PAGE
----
Free Content The Beijing genotype is a major cause of drug-resistant tuberculosis in Kazakhstan

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Abstract:

SETTING: Nine Kazakhstan oblasts, 2001.

OBJECTIVE: To analyse the genetic relationship of drug-resistant Mycobacterium tuberculosis strains from Kazakhstan and to determine the frequency of the Beijing genotype.

DESIGN: All drug-resistant smear-positive cases identified in nine oblasts during the 2001 nationwide drug resistance survey were analysed by IS6110 fingerprinting and spoligotyping. Isolates were obtained from 150 patients (64 new and 86 retreated cases).

RESULTS: Eight cases (5.3%) of dual infection were identified. Of the remaining 142 strains, 91 (64.1%) were grouped in 18 clusters, indicating a high rate of recent transmission of resistant tuberculosis (TB). This was further confirmed by the origin of the patients as well as by the similar drug resistance patterns of the clustered strains. Accordingly, more than one third of all clustered strains were new cases. About 70% of the resistant strains belonged to the Beijing genotype, compared to only 37.5% in a control group of 40 susceptible isolates.

CONCLUSIONS: Transmission of drug-resistant strains seems to contribute to the spread of resistant TB in this high incidence region. The Beijing genotype should be seen as a major cause of drug-resistant TB in Kazakhstan and was found to be associated with drug resistance.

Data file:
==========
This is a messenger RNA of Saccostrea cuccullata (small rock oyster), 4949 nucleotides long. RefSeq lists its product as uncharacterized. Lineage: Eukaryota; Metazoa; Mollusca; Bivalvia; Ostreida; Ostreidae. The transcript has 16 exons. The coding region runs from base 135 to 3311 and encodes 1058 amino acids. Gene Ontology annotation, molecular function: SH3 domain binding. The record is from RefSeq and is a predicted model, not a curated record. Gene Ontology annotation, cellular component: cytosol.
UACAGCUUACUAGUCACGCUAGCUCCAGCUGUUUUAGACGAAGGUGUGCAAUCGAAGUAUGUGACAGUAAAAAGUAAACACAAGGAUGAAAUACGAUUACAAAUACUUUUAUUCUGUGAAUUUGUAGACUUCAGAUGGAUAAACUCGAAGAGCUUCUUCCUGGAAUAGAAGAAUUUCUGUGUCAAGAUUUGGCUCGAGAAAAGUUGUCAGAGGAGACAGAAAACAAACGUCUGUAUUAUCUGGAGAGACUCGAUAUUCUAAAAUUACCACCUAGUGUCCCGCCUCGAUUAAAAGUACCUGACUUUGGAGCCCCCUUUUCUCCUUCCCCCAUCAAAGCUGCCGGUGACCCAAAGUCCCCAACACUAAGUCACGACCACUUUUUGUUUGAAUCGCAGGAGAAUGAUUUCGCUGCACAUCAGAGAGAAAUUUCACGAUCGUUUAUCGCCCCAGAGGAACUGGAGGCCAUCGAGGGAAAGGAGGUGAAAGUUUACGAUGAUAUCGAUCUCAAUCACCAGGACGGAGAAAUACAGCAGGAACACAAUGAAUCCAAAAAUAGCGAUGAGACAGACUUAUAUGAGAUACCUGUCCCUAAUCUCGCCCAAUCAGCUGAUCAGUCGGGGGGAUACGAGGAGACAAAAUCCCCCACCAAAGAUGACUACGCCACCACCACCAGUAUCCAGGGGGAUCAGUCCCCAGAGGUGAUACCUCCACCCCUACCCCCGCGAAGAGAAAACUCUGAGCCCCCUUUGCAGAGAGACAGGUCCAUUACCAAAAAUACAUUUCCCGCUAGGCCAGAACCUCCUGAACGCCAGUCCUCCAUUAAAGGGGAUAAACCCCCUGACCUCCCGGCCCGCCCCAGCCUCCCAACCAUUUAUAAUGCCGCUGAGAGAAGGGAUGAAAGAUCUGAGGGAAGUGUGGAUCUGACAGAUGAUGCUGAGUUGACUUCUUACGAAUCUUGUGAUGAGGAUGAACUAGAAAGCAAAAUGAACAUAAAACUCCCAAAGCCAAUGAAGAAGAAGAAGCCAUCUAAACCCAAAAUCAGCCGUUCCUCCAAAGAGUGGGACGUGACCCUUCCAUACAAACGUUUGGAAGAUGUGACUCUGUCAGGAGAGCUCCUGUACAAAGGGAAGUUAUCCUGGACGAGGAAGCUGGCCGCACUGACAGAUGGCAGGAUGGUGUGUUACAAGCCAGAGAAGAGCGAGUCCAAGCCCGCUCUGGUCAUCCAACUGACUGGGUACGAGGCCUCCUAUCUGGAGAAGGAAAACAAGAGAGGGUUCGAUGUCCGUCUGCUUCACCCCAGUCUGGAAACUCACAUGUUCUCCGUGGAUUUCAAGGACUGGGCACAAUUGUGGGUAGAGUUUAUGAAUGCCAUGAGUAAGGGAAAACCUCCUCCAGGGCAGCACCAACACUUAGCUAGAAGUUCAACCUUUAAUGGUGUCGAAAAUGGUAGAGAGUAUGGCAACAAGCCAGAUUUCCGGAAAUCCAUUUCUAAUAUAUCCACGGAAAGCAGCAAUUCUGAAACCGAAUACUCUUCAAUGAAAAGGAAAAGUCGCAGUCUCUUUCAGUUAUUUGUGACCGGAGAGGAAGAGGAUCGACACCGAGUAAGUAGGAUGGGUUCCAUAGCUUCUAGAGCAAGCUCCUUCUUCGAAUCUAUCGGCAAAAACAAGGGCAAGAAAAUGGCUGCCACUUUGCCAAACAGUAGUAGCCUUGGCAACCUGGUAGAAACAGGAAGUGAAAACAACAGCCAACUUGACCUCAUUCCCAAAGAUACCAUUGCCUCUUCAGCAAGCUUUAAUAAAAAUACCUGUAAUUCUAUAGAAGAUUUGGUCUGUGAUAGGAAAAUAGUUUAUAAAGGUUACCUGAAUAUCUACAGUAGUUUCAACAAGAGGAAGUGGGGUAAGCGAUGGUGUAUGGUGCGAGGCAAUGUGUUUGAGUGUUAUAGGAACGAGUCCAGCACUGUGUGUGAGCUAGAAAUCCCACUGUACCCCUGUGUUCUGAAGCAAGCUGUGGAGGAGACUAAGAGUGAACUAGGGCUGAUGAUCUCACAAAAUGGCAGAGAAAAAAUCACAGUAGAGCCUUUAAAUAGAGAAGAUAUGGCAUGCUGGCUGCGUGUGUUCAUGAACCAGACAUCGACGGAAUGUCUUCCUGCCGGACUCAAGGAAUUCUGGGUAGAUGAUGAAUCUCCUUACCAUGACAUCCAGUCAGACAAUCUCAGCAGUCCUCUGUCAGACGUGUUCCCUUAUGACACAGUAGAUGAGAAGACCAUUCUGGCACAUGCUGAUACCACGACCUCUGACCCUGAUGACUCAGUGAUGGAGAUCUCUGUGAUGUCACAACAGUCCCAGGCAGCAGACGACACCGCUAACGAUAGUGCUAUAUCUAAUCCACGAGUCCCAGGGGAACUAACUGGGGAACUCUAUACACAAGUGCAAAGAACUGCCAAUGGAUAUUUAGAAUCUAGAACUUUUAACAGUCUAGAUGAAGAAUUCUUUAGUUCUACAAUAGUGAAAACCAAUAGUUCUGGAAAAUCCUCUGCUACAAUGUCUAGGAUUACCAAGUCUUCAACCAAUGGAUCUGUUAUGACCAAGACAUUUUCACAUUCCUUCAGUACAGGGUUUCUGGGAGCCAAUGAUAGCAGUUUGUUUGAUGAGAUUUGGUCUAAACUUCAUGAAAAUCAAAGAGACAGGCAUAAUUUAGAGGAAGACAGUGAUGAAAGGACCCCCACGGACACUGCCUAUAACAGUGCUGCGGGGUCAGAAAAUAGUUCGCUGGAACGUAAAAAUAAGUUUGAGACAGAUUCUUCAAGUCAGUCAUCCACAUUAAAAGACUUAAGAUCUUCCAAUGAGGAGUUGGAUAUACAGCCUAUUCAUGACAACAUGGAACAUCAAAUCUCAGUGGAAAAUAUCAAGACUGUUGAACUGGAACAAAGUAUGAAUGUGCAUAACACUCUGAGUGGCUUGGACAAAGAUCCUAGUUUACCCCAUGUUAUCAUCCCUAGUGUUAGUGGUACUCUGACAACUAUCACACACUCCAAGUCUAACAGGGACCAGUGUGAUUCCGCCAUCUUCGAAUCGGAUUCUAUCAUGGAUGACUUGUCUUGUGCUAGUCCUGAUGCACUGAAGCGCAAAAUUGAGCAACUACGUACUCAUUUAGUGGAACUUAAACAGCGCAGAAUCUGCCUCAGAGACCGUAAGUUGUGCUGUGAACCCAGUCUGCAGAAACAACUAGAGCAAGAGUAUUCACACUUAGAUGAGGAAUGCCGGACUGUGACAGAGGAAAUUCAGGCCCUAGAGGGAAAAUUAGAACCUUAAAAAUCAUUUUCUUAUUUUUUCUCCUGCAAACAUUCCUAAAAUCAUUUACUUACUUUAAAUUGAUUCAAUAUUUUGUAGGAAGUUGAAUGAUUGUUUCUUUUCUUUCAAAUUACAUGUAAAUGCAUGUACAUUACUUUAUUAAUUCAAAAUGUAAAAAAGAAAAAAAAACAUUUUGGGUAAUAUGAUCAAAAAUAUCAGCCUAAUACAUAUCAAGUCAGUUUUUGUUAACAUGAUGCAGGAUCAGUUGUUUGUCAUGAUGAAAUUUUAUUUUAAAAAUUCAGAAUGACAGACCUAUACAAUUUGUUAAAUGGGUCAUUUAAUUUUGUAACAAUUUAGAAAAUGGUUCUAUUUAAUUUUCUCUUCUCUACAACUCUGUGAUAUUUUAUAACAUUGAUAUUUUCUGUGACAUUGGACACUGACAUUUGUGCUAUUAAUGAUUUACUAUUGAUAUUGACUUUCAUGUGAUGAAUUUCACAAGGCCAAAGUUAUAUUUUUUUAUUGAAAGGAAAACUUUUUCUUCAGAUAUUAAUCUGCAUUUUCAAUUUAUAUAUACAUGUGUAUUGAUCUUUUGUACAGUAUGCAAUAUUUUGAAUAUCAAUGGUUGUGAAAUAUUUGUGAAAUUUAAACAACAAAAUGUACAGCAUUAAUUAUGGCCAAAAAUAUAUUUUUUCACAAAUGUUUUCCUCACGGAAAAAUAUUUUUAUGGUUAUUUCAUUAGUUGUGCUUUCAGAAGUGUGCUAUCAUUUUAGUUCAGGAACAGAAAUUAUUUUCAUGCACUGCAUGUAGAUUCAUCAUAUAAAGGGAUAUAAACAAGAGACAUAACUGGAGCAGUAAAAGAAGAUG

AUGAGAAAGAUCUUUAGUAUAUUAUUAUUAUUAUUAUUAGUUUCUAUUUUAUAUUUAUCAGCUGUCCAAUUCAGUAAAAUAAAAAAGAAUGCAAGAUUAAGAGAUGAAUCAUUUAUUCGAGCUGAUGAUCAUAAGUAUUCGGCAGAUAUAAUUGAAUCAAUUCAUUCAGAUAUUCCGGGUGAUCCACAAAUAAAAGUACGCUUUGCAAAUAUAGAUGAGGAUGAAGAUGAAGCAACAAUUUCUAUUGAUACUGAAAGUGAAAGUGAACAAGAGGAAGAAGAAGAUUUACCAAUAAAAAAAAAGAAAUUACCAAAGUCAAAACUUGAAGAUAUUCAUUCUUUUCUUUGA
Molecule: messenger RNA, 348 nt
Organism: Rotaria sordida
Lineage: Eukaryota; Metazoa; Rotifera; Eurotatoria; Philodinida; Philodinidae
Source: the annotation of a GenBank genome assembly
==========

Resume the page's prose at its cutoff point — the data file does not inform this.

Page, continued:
Keywords: Beijing genotype; Mycobacterium tuberculosis; double infection; drug resistance; molecular epidemiology

Document Type: Regular Paper

Affiliations: 1: Forschungszentrum Borstel, National Reference Centre for Mycobacteria, Borstel, Germany 2: National Centre for Tuberculosis Problems, Almaty, Kazakhstan 3: World Health Organization, Geneva, Switzerland

Publication date: June 1, 2005

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  • The International Journal of Tuberculosis and Lung Disease publishes articles on all aspects of lung health, including public health-related issues such as training programmes, cost-benefit analysis, legislation, epidemiology, intervention studies and health systems research. The IJTLD is dedicated to the continuing education of physicians and health personnel and the dissemination of information on tuberculosis and lung health world-wide.

    Certain IJTLD articles are selected for translation into French, Spanish, Chinese or Russian. They are available on the Union website

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